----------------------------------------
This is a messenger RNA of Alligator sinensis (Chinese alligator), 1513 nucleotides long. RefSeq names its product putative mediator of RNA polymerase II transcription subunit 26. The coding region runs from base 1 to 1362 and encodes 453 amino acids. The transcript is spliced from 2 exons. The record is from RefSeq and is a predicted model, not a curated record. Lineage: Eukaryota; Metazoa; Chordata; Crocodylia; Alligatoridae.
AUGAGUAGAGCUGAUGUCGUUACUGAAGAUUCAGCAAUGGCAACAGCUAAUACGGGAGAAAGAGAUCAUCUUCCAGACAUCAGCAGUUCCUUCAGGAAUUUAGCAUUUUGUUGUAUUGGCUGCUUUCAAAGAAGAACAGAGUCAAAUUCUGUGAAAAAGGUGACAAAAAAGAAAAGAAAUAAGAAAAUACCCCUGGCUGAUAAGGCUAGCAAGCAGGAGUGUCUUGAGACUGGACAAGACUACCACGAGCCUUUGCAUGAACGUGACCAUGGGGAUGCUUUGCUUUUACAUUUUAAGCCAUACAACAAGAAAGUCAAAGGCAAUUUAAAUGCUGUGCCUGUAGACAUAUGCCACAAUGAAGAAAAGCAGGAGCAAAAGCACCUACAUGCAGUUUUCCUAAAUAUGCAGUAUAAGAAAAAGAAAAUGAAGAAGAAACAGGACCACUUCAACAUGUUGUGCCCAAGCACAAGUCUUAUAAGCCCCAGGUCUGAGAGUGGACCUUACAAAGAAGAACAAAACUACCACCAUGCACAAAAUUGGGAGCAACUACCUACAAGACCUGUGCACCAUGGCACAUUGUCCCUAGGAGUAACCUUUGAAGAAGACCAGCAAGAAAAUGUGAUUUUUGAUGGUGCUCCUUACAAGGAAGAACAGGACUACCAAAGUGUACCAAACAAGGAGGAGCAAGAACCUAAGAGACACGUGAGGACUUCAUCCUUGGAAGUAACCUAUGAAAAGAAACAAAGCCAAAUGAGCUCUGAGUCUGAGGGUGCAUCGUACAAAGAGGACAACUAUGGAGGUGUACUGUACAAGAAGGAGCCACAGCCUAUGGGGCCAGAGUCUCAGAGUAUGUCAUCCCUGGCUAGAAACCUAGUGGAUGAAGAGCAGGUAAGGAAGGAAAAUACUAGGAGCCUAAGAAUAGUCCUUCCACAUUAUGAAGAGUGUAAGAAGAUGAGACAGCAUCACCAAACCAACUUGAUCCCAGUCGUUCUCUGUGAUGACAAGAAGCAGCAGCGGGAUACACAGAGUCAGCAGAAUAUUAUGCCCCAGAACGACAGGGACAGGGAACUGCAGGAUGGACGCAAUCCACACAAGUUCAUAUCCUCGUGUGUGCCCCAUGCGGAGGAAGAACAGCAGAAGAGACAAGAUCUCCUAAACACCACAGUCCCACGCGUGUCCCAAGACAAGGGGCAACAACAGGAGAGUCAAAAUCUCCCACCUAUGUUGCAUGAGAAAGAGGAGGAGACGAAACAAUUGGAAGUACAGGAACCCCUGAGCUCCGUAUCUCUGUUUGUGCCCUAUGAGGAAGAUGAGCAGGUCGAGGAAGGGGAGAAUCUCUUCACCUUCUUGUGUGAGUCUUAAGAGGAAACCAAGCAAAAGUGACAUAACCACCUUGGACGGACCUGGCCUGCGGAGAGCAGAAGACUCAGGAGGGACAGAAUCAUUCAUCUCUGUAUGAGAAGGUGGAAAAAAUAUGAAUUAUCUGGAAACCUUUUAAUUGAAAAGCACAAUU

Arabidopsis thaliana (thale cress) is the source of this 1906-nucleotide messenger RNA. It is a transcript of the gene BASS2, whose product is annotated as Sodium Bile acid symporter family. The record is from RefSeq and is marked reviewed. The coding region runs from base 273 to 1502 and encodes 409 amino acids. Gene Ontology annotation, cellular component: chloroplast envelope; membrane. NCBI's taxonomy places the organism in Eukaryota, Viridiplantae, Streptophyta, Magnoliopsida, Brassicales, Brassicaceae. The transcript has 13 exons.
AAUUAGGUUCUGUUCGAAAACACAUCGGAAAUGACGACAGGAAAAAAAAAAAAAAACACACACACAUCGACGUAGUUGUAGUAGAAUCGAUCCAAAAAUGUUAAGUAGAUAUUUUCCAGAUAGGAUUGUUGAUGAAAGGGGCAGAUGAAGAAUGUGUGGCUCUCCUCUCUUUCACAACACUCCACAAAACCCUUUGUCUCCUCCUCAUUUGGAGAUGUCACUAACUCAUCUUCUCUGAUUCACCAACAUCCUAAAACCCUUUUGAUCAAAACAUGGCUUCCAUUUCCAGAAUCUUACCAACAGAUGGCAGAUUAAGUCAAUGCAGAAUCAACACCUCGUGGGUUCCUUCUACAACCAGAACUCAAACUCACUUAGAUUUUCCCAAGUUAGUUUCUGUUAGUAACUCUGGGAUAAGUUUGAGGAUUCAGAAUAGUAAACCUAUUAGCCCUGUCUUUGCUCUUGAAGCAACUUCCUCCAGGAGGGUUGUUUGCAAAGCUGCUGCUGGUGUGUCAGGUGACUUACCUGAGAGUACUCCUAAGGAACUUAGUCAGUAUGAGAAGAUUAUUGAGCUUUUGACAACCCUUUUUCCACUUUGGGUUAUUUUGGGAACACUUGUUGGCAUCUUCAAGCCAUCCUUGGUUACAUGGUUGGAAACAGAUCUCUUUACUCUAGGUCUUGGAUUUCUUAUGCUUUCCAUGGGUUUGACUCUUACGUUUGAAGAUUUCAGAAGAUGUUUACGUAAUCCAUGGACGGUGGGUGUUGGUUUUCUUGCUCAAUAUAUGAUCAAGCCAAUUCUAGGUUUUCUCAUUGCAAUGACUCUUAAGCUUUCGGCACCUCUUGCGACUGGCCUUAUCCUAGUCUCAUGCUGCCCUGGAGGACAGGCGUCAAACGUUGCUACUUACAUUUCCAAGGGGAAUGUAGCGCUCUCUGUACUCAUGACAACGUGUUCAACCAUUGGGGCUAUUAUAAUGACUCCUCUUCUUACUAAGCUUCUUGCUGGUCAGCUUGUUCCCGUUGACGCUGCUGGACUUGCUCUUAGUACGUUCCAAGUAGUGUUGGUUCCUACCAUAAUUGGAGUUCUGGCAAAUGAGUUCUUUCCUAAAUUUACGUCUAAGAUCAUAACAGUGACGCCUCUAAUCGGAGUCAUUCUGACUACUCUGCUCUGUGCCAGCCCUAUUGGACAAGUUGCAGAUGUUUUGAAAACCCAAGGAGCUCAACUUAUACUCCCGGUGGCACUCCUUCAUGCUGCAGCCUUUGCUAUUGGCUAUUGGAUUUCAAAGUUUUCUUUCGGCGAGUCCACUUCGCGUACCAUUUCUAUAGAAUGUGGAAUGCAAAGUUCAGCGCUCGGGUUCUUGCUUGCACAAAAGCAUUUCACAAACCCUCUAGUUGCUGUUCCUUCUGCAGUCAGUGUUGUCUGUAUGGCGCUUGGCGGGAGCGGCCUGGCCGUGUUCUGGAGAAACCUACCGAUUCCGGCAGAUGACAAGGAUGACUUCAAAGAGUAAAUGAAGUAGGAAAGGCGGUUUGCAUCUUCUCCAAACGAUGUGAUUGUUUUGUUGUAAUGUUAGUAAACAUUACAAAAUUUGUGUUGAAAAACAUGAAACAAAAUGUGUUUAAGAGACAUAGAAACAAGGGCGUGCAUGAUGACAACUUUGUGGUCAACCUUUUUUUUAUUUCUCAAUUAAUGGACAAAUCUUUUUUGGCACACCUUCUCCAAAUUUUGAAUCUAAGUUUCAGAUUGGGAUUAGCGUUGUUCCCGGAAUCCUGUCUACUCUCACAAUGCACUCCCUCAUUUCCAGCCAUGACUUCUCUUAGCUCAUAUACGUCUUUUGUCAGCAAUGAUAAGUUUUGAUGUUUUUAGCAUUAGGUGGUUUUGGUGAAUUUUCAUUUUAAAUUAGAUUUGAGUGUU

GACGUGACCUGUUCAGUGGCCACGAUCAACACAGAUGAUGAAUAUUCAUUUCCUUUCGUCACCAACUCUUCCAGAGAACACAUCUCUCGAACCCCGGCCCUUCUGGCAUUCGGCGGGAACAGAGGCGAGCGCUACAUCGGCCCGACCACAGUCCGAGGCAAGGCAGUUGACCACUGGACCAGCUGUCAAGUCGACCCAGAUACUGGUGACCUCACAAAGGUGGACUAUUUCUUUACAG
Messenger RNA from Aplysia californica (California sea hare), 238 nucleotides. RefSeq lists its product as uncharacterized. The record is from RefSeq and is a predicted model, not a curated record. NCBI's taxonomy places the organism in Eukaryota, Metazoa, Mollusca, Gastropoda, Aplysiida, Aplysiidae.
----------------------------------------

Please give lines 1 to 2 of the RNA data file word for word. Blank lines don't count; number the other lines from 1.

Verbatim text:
This is a messenger RNA of Alligator sinensis (Chinese alligator), 1513 nucleotides long. RefSeq names its product putative mediator of RNA polymerase II transcription subunit 26. The coding region runs from base 1 to 1362 and encodes 453 amino acids. The transcript is spliced from 2 exons. The record is from RefSeq and is a predicted model, not a curated record. Lineage: Eukaryota; Metazoa; Chordata; Crocodylia; Alligatoridae.
AUGAGUAGAGCUGAUGUCGUUACUGAAGAUUCAGCAAUGGCAACAGCUAAUACGGGAGAAAGAGAUCAUCUUCCAGACAUCAGCAGUUCCUUCAGGAAUUUAGCAUUUUGUUGUAUUGGCUGCUUUCAAAGAAGAACAGAGUCAAAUUCUGUGAAAAAGGUGACAAAAAAGAAAAGAAAUAAGAAAAUACCCCUGGCUGAUAAGGCUAGCAAGCAGGAGUGUCUUGAGACUGGACAAGACUACCACGAGCCUUUGCAUGAACGUGACCAUGGGGAUGCUUUGCUUUUACAUUUUAAGCCAUACAACAAGAAAGUCAAAGGCAAUUUAAAUGCUGUGCCUGUAGACAUAUGCCACAAUGAAGAAAAGCAGGAGCAAAAGCACCUACAUGCAGUUUUCCUAAAUAUGCAGUAUAAGAAAAAGAAAAUGAAGAAGAAACAGGACCACUUCAACAUGUUGUGCCCAAGCACAAGUCUUAUAAGCCCCAGGUCUGAGAGUGGACCUUACAAAGAAGAACAAAACUACCACCAUGCACAAAAUUGGGAGCAACUACCUACAAGACCUGUGCACCAUGGCACAUUGUCCCUAGGAGUAACCUUUGAAGAAGACCAGCAAGAAAAUGUGAUUUUUGAUGGUGCUCCUUACAAGGAAGAACAGGACUACCAAAGUGUACCAAACAAGGAGGAGCAAGAACCUAAGAGACACGUGAGGACUUCAUCCUUGGAAGUAACCUAUGAAAAGAAACAAAGCCAAAUGAGCUCUGAGUCUGAGGGUGCAUCGUACAAAGAGGACAACUAUGGAGGUGUACUGUACAAGAAGGAGCCACAGCCUAUGGGGCCAGAGUCUCAGAGUAUGUCAUCCCUGGCUAGAAACCUAGUGGAUGAAGAGCAGGUAAGGAAGGAAAAUACUAGGAGCCUAAGAAUAGUCCUUCCACAUUAUGAAGAGUGUAAGAAGAUGAGACAGCAUCACCAAACCAACUUGAUCCCAGUCGUUCUCUGUGAUGACAAGAAGCAGCAGCGGGAUACACAGAGUCAGCAGAAUAUUAUGCCCCAGAACGACAGGGACAGGGAACUGCAGGAUGGACGCAAUCCACACAAGUUCAUAUCCUCGUGUGUGCCCCAUGCGGAGGAAGAACAGCAGAAGAGACAAGAUCUCCUAAACACCACAGUCCCACGCGUGUCCCAAGACAAGGGGCAACAACAGGAGAGUCAAAAUCUCCCACCUAUGUUGCAUGAGAAAGAGGAGGAGACGAAACAAUUGGAAGUACAGGAACCCCUGAGCUCCGUAUCUCUGUUUGUGCCCUAUGAGGAAGAUGAGCAGGUCGAGGAAGGGGAGAAUCUCUUCACCUUCUUGUGUGAGUCUUAAGAGGAAACCAAGCAAAAGUGACAUAACCACCUUGGACGGACCUGGCCUGCGGAGAGCAGAAGACUCAGGAGGGACAGAAUCAUUCAUCUCUGUAUGAGAAGGUGGAAAAAAUAUGAAUUAUCUGGAAACCUUUUAAUUGAAAAGCACAAUU